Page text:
This page last updated: 4/21/2013
Before brain cancer, I was a workaholic-never missing a single workday for my entire working career. At age 52, that was quite an accomplishment. I was a hard-driving "Type A" person, working more and more as my career advanced. I progressed from a Ph.D. in Engineering to a Research Engineer, Sr. Research Engineer, Assistant to a Tax Manager, Market Analyst, Sr. Consultant, Manager, then Director of Financial Planning, Plant Manager, Vice President, and then Sr. Vice President & a member of the Board of Directors. I got to travel all over the world except Australia. No challenge was too great. Simply, my career was my life.
All that changed at 3:05 AM on Friday, May 28, 1999; I woke up to a blaze of light and a lot of people I didn't know in my bedroom. I was wet with sweat and felt cold and clammy. There were the police, emergency medical personnel, my neighbors from across the street, my wife Lynda, and my daughter Karen all staring at me and looking anxious about something but I couldn't figure out what it was. There was a strong taste of peanuts in my mouth. I had eaten nearly half a can that night and figured that it had something to do with all the commotion. They lifted me onto the gurney and rolled me out the bedroom door, then the front door, and finally into the waiting ambulance. I felt fine, I really didn't understand. Finally, the EMT said, "You had a seizure and we're taking you to the hospital." I noticed that the siren wasn't on, so I just relaxed, still convinced that I was OK. There was no hurry.
On Friday, June 4th, Lynda and I went to see Dr. S., a local neurologist, for a reading on the MRI. I remember saying, "Well, what is it?" There was an awkward pause and my anxiety rose as the doctor looked at the floor. He said, almost apologetically, "Well, a picture is worth a thousand words. Why don't you come see for yourself?" He took us into the next office that had lightboxes for reading X-rays. My MRI scans were in position already. I could see immediately that I had a brain tumor. The first scan showed a growth that looked like a miniature chili pepper pointing down into the left frontal lobe. It was about half an inch long and had a corkscrew- like twist. It looked very close to the top of my head, within ½" or so. "Finally", I thought, "a definite diagnosis." To a layperson like myself, it looked very operable. How little I knew.
I had surgery on June 15 at the Cleveland Clinic, waking up unable to speak and paralyzed on my right side. Pathology revealed an oligo 2 w/1p19q deletions and 3-5% mitotic features. As I was recovering from these, I had 54 Gy of external beam radiation therapy through July. However, my short-term memory was down to the 4th percentile, it took 50% longer to do things, and juggling multiple tasks was difficult. I went back to work part time, then full time on September 1. I was determined to overcome even these obstacles, however it was not to be, and my last day of work was February 15, 2000. I have restored most of my physical abilities with therapy and determination, mostly determination as I had only a few months of therapy. I am taking 500 mg b.i.d Keppra and 533 mg t.i.d. Bromelain(a COX-2 inhibitor like Celebrex). After thirteen years, almost all of my deficits have greatly improved. I go to Gold's gym every weekday, jogging on a treadmill and using machines and free weights. My strategy is to concentrate on doing things that are difficult because that is the only way to improve. I have had scores of MRIs, they look terrible, but there has been no change for ten years.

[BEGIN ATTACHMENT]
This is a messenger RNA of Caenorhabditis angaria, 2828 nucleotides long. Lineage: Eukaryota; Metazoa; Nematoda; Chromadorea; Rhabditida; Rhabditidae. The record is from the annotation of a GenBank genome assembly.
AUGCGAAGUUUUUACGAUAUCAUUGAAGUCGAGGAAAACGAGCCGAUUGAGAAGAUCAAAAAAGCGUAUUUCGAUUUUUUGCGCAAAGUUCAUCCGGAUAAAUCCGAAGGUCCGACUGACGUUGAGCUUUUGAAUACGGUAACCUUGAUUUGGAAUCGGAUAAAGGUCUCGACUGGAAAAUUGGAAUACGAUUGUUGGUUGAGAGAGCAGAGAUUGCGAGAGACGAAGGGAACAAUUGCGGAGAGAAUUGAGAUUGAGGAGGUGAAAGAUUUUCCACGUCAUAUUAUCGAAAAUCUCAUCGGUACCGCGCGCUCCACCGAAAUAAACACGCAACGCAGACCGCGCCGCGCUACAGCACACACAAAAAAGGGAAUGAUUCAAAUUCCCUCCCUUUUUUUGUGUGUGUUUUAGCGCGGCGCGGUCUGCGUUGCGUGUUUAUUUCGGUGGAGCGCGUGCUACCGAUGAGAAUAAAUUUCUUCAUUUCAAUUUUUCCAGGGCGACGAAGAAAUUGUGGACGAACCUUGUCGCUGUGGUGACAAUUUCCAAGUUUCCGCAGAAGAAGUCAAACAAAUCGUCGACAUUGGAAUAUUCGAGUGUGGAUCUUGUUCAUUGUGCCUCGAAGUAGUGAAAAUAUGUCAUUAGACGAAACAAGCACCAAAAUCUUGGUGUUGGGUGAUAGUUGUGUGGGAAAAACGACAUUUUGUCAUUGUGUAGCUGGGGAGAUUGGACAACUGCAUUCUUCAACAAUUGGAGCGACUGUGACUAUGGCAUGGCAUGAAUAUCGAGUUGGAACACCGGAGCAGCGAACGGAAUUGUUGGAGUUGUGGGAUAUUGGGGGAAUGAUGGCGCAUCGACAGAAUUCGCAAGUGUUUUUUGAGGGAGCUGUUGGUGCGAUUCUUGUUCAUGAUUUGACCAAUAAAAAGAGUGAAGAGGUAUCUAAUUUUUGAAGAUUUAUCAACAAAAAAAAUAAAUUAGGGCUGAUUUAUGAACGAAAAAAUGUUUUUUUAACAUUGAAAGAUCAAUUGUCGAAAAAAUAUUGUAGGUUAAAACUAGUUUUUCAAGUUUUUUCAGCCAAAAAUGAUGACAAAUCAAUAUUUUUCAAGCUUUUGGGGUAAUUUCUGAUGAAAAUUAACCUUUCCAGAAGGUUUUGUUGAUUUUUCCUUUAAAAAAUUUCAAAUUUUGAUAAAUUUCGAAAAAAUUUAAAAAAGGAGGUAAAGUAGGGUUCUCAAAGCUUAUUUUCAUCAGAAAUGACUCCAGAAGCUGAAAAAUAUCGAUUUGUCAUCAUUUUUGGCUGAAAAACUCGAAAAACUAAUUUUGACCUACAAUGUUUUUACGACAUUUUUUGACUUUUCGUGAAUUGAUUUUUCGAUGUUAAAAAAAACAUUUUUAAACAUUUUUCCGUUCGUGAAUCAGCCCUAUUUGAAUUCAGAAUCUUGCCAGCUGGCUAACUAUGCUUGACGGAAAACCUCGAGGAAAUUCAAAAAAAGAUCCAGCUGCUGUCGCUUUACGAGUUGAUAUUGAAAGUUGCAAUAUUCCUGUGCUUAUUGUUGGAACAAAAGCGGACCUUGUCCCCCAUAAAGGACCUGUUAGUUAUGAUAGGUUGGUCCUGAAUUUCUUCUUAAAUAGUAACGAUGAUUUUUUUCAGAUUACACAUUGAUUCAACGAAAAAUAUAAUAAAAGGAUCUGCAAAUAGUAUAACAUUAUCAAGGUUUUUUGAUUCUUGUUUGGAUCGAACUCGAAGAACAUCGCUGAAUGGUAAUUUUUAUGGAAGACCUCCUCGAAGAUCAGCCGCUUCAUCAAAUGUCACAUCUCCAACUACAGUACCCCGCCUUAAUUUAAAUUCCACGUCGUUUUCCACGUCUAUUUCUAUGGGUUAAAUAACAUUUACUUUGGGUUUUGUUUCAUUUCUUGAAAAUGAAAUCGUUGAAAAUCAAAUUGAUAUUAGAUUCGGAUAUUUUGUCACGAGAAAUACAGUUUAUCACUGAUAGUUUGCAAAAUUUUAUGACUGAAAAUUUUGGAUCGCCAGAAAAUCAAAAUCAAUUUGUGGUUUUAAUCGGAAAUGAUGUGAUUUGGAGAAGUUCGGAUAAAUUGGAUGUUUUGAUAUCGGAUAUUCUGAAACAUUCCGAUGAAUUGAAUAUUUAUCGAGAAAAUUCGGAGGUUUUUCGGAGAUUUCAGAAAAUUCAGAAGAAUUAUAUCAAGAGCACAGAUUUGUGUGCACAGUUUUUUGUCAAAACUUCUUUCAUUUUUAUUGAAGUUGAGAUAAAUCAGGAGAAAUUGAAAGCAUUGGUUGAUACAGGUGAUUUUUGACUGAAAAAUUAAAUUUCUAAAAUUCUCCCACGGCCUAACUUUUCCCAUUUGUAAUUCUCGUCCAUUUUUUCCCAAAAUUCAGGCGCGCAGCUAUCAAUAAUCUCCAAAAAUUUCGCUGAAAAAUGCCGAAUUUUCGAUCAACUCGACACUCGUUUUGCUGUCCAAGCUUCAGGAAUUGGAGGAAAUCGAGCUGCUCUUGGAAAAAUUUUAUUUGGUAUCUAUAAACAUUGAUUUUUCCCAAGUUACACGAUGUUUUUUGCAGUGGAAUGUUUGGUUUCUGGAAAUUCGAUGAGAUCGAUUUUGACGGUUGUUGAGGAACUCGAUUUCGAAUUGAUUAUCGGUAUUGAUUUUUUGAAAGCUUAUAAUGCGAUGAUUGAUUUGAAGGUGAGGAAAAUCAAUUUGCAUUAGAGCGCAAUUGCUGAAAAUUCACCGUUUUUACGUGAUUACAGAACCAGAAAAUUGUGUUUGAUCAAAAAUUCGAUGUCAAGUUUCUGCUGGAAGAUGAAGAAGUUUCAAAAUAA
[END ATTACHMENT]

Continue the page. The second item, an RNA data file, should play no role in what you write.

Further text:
My priorities have changed: from work to family. I know my personality has changed for the better. Once you have had a brain cancer, all other problems seem trivial. We moved to Southern California in 2005 and travel a lot, now that we have the time. I have been an AARP tax-preparer for the past ten years; Lynda and I have been theater volunteers for the past seven years, and members of two book clubs. We love to visit our our oldest daughter, Melanie, her husband Rema, and our thirteen-year old granddaughter, Cypress in Corvallis, OR. We also see our younger daughter, Karen and her husband, John, who have a three year old son, Mason in Westminster, CO. I am still working just as hard as I ever did, but with changed priorities. I have no problems at all telling people I have brain cancer, even noting their horror that I could discuss such a thing so casually. I view myself almost as a missionary to spread the word that brain tumors don't necessarily mean sudden death. My new goal is to live long enough to die from something else.
I have nothing new to report, but had an MRI on January 5, 2013 that showed marginal improvement. Not bad for a 66 year old geezer who has survived 13 1/2 years.